Provocation or sexploitation?

The controversial Bulgarian fashion editorial featuring images of beaten and disfigured models caused an outpour of contempt across the Internet. Is it ‘art’ or mere sexploitation?

Titled ‘Victim of Beauty’, the editorial of Bulgarian 12 Magazine features models with facial bruises and scars, their ears, mouth and throats cut open. Although it’s not really clear what was the actual concept behind this set of ‘beauty spreads’, the instant reaction from a number of mainstream websites and blogs was to condemn the magazine somewhat predictably, for “eroticising” and “glamorising violence against women”.

The editors sent their response to Jezebel:


We are 12 Magazine, and we feel like we need to answer to the questions raised in various articles online, concerning our beauty editorial “Victim of Beauty”.

First of all, we would like to say we are happy that our shoot provoked an international discussion, at some scale.

It is also important to say, that we do NOT support violence of ANY kind, and this is NOT a shoot glamorizing, or encouraging, or supporting violence against women.

We believe that images such as ours can be seen from various angles, and we think that exactly that is what is beautiful about fashion and photography in general – that anybody can understand it their own way, and fill it with their own meaning. Where some see a brutal wound, others see a skilful work of an artist, or an exquisite face of a beautiful girl.

That being said, we do understand why some accuse us of promoting, in a way, violence, but we do not agree with that, and we think that it is very HHHnarrow-mindedHHH way of looking at the photographs.

And after all, isn’t it true that we see brutally wounded people all the time, in real life – on television, in the news, in movies, videogames, magazines and websites, and they are all very different, but alike in one thing: some are real, some are not. And fashion photography is an imitation of real life, sometimes realistic, sometimes delicate, other times grotesque, or shocking.

In closure, we are provoking even further discussion by asking you and your readers just two questions:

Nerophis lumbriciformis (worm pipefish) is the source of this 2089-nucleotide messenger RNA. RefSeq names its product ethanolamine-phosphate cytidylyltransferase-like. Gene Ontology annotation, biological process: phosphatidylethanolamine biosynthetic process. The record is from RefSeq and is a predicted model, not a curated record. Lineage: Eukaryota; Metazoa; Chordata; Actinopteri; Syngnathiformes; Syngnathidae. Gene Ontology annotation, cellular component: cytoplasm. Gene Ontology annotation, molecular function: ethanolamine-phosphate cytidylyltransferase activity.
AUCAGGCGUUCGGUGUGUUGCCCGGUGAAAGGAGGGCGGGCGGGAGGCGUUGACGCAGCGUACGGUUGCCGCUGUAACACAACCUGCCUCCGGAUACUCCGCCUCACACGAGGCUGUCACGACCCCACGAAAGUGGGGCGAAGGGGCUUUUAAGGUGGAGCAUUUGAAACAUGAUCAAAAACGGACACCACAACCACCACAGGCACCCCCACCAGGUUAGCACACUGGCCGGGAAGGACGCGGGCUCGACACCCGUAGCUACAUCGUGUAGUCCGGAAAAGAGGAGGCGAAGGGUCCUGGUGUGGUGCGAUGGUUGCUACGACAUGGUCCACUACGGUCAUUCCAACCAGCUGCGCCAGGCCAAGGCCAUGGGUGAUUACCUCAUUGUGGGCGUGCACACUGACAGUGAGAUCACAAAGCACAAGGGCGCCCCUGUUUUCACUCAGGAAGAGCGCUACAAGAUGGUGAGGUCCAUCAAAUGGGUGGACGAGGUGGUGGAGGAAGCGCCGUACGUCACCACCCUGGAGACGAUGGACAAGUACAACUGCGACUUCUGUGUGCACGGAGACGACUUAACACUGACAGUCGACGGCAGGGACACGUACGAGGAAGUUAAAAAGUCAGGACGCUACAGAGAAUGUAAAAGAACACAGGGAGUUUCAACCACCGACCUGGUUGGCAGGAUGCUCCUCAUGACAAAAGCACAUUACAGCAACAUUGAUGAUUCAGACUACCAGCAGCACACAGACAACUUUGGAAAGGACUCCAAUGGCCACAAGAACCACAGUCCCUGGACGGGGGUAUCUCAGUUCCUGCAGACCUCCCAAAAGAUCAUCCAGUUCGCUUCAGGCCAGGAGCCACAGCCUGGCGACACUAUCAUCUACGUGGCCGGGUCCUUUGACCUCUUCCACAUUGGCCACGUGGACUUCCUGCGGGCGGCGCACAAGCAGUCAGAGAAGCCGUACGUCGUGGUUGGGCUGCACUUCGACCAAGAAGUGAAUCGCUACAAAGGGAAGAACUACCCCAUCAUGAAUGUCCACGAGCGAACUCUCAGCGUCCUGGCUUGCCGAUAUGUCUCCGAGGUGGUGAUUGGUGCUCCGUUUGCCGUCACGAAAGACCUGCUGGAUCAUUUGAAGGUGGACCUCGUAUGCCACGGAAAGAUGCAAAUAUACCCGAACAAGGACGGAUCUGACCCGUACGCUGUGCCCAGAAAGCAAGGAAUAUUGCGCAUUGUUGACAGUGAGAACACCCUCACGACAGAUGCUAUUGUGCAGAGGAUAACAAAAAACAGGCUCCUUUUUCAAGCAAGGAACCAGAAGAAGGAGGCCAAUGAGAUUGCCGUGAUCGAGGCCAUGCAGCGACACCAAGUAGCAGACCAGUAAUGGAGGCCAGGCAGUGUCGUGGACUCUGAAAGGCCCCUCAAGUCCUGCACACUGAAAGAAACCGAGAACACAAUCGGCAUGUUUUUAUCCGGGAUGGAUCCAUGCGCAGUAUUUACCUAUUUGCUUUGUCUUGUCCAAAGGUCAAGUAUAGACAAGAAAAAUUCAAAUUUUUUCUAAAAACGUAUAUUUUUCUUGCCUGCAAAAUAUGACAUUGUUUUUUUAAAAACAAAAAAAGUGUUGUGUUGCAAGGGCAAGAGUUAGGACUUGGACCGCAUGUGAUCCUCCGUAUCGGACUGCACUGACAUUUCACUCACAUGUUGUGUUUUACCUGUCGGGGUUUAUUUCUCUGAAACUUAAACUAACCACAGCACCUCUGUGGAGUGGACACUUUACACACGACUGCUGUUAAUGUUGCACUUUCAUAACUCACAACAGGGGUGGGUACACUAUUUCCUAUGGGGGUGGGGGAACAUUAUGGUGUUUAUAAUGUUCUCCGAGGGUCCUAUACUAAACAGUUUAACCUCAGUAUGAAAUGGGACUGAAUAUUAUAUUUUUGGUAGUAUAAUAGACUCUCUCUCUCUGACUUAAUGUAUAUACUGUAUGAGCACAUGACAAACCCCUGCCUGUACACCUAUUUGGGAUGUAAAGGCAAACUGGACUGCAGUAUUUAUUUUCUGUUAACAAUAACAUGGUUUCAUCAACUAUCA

1. How would you perceive those photographs, if they were accompanying an campaign against domestic violence? Would you still think of them as disgusting or you would praise them as brave and thought-provoking? Worth the think, isn’t it?
2. What would you say if those where bespoken men, carefully groomed, but still, terribly injured? Probably nothing, and quite frankly that’s a bit sexist.

Kind regards,

Huben Hubenov and Slav Anastasov
Editors in Chief

Of course, the two “if” questions at the end of the letter generated the most bitter comments. Obviously, the models were not male, nor were they juxtaposed with explicit anti-violence messages. And yes, Bulgaria, like elsewehere in the Balkans, has a pretty high degree of domestic violence.

On the other hand, it would be plain dumb to confuse the subject and the target of this ‘violent editorial’. If the subject is self-evident, then surely the target must be the very same masters of political correctness who shout anorexia! at fashion shows, sneer at women in hip hop videos while selling them blow job advices in various cosmo-mags. Or perhaps the Bulgarians just like to pile up lots of makeup.

If it’s of any help, one of the artworks featured in our recent interview with the Balkan-Austrian artist Mario Grubisic is Mario’s photograph of a heavily beaten guy.

(Un)surprisingly enough, most of the women (along with their gay friends) described the image as “quite sexy” and “cool”.

There you go. Before things get complicated, tell us what you think of the 12 Magazine editorial: artistic provocation or sexual exploitation? Or just a bunch of silly makeup?